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Abstract

A PROSPECTIVE STUDY ON “DRUG UTILIZATION STUDY ON ANTIBIOTICS USE IN LOWER RESPIRATORY TRACT INFECTION AND PNEUMONIA

*Saeideh Gomroki, Pharm D

ABSTRACT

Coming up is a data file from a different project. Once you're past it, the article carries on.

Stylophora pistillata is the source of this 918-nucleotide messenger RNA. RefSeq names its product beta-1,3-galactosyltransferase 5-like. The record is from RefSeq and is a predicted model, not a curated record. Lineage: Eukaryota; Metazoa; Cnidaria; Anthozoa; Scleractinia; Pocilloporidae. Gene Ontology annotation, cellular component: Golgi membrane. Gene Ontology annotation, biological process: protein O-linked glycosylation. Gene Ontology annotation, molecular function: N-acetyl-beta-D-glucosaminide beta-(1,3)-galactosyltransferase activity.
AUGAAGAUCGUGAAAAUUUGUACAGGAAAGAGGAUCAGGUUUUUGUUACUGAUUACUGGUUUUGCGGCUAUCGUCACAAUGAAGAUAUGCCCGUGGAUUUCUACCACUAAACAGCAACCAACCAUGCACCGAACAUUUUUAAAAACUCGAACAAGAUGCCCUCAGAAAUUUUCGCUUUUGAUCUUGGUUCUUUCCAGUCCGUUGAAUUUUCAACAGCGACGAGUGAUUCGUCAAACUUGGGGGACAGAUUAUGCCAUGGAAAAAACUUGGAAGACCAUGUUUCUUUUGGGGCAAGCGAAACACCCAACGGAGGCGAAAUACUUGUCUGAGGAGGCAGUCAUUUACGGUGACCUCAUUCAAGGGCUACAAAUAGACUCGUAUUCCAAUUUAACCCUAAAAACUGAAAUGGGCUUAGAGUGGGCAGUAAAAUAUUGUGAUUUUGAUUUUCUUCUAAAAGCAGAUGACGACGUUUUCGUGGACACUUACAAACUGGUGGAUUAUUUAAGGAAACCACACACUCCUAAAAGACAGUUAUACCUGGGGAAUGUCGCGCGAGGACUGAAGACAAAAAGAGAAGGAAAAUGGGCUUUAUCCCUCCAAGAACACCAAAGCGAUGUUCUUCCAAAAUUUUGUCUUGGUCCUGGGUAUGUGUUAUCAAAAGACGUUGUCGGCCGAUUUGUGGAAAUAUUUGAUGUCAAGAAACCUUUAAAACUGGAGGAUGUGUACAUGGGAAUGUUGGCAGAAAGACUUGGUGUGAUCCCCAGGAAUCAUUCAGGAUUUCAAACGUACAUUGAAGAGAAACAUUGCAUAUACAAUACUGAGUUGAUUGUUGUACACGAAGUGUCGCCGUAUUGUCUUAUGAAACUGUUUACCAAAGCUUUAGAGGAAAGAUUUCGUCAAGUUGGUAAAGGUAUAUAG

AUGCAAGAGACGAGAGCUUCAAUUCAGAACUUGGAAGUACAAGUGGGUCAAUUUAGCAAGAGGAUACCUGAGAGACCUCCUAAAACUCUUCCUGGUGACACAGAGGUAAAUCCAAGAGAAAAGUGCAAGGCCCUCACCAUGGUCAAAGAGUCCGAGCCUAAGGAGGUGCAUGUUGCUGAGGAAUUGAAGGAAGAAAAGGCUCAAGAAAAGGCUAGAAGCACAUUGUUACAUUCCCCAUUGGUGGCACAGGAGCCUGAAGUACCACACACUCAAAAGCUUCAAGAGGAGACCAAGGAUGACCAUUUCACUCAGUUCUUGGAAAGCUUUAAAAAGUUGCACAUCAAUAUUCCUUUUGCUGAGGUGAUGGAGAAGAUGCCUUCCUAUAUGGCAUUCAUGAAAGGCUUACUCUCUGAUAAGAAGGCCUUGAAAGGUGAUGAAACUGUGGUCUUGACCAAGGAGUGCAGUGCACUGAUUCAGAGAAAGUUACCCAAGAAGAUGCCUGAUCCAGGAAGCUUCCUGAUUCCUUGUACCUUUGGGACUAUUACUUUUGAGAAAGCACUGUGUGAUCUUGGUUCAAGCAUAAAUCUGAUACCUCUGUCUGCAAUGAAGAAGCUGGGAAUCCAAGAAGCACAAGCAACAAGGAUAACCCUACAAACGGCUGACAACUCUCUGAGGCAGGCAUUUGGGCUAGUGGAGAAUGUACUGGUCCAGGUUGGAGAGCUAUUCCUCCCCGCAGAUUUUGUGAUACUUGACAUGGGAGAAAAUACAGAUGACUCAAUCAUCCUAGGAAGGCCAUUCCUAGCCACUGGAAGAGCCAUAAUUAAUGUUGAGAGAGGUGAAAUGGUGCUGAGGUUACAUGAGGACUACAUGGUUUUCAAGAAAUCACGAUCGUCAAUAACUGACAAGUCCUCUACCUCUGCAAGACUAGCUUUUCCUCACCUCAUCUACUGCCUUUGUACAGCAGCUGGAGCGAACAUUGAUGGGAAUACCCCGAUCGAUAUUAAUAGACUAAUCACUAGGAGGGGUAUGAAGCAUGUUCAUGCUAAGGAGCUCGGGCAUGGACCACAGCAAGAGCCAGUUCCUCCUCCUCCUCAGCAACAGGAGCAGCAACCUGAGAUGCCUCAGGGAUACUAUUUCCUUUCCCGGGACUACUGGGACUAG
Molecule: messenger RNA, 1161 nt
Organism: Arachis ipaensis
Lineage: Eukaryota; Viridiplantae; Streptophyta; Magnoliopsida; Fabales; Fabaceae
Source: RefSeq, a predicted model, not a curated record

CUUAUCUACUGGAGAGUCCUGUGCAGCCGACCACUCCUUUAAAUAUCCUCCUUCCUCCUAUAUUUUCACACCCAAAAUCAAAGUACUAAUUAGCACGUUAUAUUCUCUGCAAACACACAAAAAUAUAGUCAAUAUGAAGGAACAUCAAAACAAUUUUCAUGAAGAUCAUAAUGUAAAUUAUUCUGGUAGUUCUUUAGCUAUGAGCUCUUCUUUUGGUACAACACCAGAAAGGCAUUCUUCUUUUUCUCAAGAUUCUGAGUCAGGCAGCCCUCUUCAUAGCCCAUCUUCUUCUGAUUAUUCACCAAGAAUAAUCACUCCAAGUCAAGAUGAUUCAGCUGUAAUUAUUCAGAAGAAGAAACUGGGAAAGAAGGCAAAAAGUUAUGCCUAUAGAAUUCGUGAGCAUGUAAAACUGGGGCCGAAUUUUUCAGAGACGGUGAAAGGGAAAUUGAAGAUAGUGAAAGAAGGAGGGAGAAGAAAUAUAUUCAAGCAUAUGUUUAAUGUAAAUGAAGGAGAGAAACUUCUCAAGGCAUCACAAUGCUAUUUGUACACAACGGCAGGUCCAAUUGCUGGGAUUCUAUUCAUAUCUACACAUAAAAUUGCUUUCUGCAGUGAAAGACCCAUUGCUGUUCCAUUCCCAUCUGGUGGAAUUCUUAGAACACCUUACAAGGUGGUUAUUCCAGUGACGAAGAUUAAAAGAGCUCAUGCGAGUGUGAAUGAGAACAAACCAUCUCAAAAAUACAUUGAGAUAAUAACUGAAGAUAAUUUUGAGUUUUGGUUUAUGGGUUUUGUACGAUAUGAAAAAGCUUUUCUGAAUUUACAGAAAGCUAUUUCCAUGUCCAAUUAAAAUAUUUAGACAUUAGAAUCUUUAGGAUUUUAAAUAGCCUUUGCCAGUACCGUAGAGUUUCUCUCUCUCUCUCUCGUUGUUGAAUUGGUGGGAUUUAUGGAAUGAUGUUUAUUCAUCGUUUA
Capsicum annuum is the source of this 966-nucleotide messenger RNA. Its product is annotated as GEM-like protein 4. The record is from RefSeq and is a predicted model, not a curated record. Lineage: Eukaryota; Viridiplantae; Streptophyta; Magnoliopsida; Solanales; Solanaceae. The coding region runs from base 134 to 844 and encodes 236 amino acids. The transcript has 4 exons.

Objective: To conduct study on medication safety study on antibiotics use in lower respiratory tract infection and pneumonia. Methodology: it was a prospective observational study conducted in: MEDICAL, ICU, HICU AND SURGERY WARDS of Bangalore Baptist hospital, conducted for a period of 6 months from March 2017 to October 2017. All inpatients who are diagnosed with LRTI or PNEUMONIA. The patient data collection was used to collect all the details like inpatient number, age, sex, social history, past history, laboratory data, diagnosis, therapeutic management. Fulfilling the inclusion criteria will be enrolled into the study and their prescriptions will be Analysed on daily basis. The prescription guidelines, Micromedex, interaction checker, drug interaction database and Shockley’s drug interaction book 8 edition. The drug interaction in prescription was collected and then compare with guidelines. When the analysis of prescription was completed then all data entered to the appropriate software and the results were gained. Result: Presence study showed from total of 100 patients were included in this study, alcohol/smoking history was confirmed in 66 (38 smoker and 28 alcoholic) patients. From these 53 (53%) of them diagnosed with LRTI, and 13 (13%) Of them with pneumonia. Also most of the patients had history of smoking (n=38) more than using alcohol (n=28). In this study the diagnosis of LRTI (Non Specific LRTI and Acute Bronchitis) accounted for 63% and pneumonia of 37% of total cases analysed. Further it was noted that a majority of the patients have association illness. Majority number was more in diabetic (61%), hypertension (46%) and asthma (18%). Conclusion: The majority of mild LRTI had a viral aetiology although mixed viral/bacterial infections were also common, and patients with a bacterial aetiology alone were not clinically distinguishable from those with viral LRTI In the present study bacteria were the most common cause of acute adult LRTI, occurring in 59% of patients, while respiratory viruses were detected in 41%.The present study find out that, in Medicine Department, for lower respiratory tract infections Antibiotics were commonly prescribed in poly-antibiotics form to treat the infection. The most commonly used antibiotic was ceftriaxone followed by azithromycin and piptaz. Prescribing by generic names has to be encouraged.

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